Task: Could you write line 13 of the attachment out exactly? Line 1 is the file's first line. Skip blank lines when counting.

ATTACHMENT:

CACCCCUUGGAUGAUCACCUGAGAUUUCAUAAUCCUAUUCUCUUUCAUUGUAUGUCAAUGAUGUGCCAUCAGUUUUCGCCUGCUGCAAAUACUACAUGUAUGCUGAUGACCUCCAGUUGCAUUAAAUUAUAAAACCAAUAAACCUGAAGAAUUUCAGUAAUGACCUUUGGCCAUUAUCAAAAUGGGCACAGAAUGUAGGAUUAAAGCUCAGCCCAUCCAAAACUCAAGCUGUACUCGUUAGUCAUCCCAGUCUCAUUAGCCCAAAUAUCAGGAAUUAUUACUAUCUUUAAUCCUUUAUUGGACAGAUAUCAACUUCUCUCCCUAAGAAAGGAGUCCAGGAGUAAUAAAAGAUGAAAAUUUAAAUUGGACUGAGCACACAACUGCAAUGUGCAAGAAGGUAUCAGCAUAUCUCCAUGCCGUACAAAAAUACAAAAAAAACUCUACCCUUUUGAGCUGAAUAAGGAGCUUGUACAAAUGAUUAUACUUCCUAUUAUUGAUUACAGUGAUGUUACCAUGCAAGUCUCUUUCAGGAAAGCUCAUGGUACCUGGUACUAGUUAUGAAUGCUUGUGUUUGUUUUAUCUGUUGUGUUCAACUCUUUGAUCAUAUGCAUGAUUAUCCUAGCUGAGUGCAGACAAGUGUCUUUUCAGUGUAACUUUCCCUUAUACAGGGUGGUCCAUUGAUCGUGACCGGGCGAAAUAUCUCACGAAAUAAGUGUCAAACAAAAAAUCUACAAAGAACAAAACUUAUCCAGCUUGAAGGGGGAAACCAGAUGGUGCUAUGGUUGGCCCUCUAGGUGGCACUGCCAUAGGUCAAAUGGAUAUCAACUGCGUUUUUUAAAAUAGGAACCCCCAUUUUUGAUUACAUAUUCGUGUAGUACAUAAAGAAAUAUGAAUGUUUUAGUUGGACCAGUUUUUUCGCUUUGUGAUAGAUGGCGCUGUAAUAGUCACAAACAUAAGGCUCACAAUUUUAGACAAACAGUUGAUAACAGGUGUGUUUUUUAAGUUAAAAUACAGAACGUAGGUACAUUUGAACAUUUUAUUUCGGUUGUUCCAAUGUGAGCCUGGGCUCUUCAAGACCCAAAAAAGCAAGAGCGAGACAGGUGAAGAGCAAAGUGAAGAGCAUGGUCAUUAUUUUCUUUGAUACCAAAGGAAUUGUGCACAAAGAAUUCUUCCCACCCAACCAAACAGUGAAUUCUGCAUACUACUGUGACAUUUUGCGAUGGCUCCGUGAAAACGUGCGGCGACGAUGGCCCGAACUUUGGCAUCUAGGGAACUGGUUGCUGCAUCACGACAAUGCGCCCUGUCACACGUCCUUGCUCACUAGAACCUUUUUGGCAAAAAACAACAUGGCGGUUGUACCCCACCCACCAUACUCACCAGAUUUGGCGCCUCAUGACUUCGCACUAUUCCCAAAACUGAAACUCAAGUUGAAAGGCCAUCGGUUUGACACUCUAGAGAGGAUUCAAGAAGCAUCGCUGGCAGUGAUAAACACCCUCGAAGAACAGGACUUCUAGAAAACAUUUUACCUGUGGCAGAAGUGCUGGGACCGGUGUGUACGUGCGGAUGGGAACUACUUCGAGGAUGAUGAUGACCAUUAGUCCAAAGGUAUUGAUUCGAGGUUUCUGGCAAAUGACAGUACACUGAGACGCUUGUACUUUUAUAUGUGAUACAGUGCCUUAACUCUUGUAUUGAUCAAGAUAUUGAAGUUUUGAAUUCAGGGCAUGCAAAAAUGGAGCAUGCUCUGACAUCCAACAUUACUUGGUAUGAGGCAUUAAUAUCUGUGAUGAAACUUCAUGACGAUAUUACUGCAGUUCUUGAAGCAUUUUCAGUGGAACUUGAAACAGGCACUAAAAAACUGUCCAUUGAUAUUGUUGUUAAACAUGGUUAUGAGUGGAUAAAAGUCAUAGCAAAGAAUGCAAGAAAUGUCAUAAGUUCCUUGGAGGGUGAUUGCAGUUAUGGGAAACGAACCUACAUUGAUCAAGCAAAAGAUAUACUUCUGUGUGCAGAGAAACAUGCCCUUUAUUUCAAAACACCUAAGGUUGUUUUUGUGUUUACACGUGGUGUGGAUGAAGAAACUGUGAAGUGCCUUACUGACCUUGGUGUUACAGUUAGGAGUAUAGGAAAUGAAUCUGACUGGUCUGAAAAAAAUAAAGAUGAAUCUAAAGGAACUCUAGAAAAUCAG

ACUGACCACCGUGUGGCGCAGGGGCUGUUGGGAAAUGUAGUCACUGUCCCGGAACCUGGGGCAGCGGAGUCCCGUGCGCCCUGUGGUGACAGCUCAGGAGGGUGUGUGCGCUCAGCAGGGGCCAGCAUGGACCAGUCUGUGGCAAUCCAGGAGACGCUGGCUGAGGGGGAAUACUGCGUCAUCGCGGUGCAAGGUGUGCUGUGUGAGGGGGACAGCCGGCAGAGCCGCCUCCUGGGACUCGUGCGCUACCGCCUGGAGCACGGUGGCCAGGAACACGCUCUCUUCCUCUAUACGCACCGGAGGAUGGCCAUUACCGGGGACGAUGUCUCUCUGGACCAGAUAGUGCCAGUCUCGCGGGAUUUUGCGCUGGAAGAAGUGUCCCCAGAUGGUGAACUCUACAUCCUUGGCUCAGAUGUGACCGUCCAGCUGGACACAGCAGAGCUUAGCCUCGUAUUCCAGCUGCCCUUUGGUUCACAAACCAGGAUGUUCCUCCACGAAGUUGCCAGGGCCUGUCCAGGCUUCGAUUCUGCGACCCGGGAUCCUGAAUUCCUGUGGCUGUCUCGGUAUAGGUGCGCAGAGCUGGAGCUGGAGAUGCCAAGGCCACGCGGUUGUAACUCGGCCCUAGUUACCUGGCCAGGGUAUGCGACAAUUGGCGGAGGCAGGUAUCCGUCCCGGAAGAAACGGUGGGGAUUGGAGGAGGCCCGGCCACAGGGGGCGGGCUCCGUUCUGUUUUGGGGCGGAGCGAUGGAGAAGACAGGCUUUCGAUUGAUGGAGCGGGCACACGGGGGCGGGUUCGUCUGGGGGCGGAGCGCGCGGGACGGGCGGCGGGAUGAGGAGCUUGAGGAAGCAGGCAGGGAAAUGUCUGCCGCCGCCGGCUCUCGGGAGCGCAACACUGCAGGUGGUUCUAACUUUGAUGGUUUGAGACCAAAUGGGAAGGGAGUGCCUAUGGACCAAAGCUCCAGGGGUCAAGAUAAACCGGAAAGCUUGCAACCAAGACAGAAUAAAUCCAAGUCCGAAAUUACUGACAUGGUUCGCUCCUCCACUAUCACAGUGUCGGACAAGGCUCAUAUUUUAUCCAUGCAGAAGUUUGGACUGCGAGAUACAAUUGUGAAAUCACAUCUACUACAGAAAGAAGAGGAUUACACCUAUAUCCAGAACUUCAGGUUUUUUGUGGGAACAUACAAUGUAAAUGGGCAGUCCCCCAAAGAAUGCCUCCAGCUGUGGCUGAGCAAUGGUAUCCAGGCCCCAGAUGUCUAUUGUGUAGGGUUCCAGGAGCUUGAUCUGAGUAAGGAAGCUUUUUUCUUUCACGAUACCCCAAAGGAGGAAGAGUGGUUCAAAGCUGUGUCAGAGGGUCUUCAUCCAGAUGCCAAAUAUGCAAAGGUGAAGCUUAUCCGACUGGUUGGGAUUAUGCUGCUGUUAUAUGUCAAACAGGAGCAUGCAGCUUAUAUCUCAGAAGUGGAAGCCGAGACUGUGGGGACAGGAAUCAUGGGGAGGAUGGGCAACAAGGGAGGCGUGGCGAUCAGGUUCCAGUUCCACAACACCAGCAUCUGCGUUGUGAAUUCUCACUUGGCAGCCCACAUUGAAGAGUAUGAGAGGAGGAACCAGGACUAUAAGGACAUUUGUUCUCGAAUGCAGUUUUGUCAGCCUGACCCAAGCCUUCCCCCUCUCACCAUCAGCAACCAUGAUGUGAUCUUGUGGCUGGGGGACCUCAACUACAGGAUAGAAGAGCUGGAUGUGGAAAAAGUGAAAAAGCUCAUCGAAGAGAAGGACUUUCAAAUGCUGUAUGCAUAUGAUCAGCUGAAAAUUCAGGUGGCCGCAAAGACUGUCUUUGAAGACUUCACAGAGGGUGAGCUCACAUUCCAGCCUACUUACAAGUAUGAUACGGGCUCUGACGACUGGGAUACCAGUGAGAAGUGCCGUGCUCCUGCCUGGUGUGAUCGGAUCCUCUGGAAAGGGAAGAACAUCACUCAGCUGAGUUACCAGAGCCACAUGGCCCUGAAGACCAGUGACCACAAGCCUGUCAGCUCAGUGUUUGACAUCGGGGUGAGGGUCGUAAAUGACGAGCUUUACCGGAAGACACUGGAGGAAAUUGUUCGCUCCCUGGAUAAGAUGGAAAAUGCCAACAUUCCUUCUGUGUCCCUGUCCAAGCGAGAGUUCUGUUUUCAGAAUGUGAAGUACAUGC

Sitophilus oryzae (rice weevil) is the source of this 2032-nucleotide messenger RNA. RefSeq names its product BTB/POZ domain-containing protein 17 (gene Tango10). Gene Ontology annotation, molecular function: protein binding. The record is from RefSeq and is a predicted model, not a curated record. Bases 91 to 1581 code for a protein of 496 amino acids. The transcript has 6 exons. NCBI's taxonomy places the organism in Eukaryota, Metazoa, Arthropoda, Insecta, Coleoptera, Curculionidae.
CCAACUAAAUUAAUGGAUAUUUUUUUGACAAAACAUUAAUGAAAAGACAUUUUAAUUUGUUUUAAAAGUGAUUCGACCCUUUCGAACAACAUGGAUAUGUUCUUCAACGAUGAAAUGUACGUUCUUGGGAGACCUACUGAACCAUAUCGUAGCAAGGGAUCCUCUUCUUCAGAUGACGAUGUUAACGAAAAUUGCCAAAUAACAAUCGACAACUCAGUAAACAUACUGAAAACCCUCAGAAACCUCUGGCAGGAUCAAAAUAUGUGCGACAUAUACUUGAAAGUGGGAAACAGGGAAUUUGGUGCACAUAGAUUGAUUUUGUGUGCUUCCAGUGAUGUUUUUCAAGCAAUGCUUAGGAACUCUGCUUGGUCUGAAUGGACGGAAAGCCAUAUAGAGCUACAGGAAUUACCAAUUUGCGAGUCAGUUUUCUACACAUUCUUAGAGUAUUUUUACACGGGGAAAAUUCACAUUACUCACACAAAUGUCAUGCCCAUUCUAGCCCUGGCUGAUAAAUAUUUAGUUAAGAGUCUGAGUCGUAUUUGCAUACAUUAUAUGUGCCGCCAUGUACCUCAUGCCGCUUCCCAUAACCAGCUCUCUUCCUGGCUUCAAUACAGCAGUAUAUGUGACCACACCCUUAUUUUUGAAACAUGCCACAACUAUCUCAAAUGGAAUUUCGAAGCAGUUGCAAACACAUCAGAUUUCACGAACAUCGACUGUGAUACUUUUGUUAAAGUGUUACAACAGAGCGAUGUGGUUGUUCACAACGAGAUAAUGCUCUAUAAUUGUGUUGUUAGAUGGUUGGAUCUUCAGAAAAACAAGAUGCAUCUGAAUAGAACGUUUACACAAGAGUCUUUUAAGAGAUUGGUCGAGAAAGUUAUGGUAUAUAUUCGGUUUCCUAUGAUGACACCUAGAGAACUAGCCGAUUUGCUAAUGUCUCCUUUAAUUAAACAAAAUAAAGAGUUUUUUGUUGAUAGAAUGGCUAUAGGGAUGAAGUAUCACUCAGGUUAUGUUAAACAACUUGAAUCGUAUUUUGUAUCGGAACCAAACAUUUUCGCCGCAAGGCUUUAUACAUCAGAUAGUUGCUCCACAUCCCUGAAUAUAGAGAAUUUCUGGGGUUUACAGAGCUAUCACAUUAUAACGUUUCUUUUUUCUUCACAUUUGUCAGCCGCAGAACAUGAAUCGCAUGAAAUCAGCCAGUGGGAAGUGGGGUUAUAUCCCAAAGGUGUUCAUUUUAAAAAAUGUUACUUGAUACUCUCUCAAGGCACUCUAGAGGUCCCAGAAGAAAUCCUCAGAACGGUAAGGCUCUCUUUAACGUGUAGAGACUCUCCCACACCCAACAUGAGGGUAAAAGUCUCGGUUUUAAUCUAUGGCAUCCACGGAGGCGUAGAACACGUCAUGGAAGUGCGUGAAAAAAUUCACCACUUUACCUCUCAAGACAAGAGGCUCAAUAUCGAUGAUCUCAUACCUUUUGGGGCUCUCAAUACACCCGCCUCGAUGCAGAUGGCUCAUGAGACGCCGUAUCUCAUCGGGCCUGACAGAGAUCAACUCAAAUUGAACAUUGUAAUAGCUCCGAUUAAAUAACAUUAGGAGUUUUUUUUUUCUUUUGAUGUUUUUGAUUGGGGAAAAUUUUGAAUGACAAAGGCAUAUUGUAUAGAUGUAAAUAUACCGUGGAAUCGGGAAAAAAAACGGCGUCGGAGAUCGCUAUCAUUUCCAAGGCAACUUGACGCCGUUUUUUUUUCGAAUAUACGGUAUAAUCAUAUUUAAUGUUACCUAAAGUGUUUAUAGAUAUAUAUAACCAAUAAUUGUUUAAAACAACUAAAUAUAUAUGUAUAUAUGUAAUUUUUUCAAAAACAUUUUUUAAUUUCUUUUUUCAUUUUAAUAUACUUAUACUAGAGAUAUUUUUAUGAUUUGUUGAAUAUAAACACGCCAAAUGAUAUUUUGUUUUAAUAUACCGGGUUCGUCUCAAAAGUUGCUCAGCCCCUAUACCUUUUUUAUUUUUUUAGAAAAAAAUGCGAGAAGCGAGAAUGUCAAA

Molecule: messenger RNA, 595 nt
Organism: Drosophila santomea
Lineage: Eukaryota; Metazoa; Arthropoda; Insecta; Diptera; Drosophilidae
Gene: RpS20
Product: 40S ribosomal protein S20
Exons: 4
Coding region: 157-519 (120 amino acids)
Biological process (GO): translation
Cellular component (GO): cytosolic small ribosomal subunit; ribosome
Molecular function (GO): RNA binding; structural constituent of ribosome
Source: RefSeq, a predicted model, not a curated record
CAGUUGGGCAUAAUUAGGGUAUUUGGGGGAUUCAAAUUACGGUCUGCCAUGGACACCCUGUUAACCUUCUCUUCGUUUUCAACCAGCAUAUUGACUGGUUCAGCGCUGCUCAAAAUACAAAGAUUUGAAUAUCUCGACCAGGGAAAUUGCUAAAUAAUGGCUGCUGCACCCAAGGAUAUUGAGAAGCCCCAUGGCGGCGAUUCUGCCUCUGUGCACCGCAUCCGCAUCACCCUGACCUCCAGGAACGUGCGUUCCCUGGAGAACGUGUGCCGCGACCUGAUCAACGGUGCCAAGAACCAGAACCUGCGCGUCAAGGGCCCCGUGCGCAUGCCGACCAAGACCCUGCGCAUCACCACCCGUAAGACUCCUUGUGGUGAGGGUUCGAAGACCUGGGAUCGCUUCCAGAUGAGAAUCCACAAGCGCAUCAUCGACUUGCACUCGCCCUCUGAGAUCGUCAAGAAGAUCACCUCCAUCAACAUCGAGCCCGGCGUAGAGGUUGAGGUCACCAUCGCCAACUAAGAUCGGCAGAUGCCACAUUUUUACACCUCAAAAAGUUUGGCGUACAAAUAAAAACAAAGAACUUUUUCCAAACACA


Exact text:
Cellular component (GO): cytosolic small ribosomal subunit; ribosome